Nehru's Word: The advent of khadi and the call for Purna Swaraj

We bring to you extracts from Jawaharlal Nehru’s autobiography of accounts of the special session of the Congress held at Calcutta in September 1920 where the resolution of Non-Cooperation was passed

Jawaharlal Nehru
Jawaharlal Nehru

Mridula Mukherjee

In the autumn of 1920 a special session of the Congress met at Calcutta to consider what steps should be taken and, in particular, to decide about non-cooperation. Lala Lajpat Rai, freshly back from the United States after a long absence from home, was the president. He disliked the new-fangled proposal of non-cooperation and opposed it….

Lala Lajpat Rai was not alone in his opposition; he had a great and impressive company with him. Indeed, almost the entire Old Guard of the Congress opposed Gandhiji’s resolution of non-cooperation. Mr. C.R. Das led the opposition, not because he disapproved of the spirit behind the resolution, but chiefly because he objected to the boycott of the new legislatures.

Of the prominent leaders of the older generation, my father was the only one to take his stand by Gandhiji at that time. It was no easy matter for him to do so. He sensed and was much influenced by the objections that had led most of his old colleagues to oppose. He hesitated, as they did, to take a novel step towards an unknown region, where it was hardly possible to keep one’s old bearings. Yet he was inevitably drawn to some form of effective action, and the proposal did embody definite action, though not exactly on the lines of his thought. It took him a long time to make up his mind. He had long talks with Gandhiji and Mr. C.R. Das.

This Special Session at Calcutta began the Gandhi era in Congress politics which has lasted since then, except for a period in the twenties when he kept in the background and allowed the Swaraj Party, under the leadership of Deshbandhu C.R. Das and my father, to fill the picture. The whole look of the Congress changed; European clothes vanished and soon only khadi was to be seen; a new class of delegate, chiefly drawn from the lower middle classes became the type of Congressman; the language used became increasingly Hindustani, or sometimes the language of the province where the session was held, as many of the delegates did not understand English, and there was also a growing prejudice against using a foreign language in our national wont; and a new life and enthusiasm and earnestness became evident in Congress gatherings.”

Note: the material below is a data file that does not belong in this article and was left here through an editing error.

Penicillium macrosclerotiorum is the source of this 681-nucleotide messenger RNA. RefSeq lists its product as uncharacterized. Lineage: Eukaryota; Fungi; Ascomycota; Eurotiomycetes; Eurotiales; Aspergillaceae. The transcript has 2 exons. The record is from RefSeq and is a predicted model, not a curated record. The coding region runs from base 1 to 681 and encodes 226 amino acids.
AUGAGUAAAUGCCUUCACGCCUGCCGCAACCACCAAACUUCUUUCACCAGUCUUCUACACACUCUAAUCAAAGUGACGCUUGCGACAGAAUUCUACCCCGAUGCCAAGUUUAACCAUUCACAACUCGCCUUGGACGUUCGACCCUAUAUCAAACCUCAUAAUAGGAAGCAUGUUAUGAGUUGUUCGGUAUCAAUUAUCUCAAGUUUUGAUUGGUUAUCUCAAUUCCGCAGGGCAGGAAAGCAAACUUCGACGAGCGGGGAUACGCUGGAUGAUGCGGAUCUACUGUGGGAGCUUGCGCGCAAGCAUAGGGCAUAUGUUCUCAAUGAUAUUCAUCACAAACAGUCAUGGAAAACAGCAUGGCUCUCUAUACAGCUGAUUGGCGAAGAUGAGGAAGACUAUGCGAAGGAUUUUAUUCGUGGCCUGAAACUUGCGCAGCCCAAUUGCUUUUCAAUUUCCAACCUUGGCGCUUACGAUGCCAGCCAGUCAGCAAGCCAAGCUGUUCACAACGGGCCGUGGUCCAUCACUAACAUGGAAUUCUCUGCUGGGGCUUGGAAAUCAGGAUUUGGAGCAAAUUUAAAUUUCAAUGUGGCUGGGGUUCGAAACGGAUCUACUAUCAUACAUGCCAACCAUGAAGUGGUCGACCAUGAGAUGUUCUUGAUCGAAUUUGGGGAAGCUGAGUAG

The Lahore Congress remains fresh in my memory—a vivid patch. That is natural, for I played a leading role there, and, for a moment, occupied the centre of the stage; and I like to think sometimes of the emotions that filled me during those crowded days. I can never forget the magnificent welcome that the people of Lahore gave me, tremendous in its volume and its intensity. I knew well that this overflowing enthusiasm was for a symbol and an idea, not for me personally; yet it was no little thing for a person to become that symbol, even for a while, in the eyes and hearts of great numbers of people. And I felt exhilarated and lifted out of myself.

But my personal reactions were of little account, and there were big issues at stake. The whole atmosphere was electric and surcharged with the gravity of the occasion. Our decisions were not going to be mere criticisms or protests or expressions of opinion, but a call to action which was bound to convulse the country and affect the lives of millions.

What the distant future held for us and our country, none dare prophesy; the immediate future was clear enough, and it held the promise of strife and suffering for us and those who were dear to us. This thought sobered our enthusiasms and made us very conscious of our responsibility. Every vote that we gave became a message of farewell to ease and comfort and domestic happiness and the intercourse of friends, and an invitation to lonely days and nights and physical and mental distress.

The main resolution on Independence, and the action to be taken in furtherance of our freedom struggle, was passed almost unanimously, barely a score of persons, out of many thousands, voting against it. The real voting took place on a side issue, which came in the form of an amendment. This amendment was defeated and the voting figures were announced and the main resolution declared carried, by a curious coincidence, at the stroke of midnight on 31st December, as the old year yielded place to the new.

Thus, even as the year of grace, fixed by the Calcutta Congress, expired, the new decision was taken and preparations for the struggle launched. The wheels had been set moving, but we were still in darkness as to how and when we were to begin. The All India Congress Committee had been authorised to plan and carry out our campaign, but all knew that the real decision lay with Gandhiji.

The Lahore Congress was attended by large numbers of people from the Frontier Province nearby. Individual delegates from this province had always come to the Congress sessions, and for some years past, Khan Abdul Ghaffar Khan had been attending and taking part in our deliberations. In Lahore for the first time a large batch of earnest young men from the Frontier came into touch with all-India political currents. Their fresh minds were impressed, and they returned with a sense of unity with the rest of India in the struggle for freedom and full of enthusiasm for it. The men and women of the Frontier, the latest to join in India’s struggle, played an outstanding and remarkable part from 1930 onwards.”

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Published: 10 Feb 2023, 5:01 PM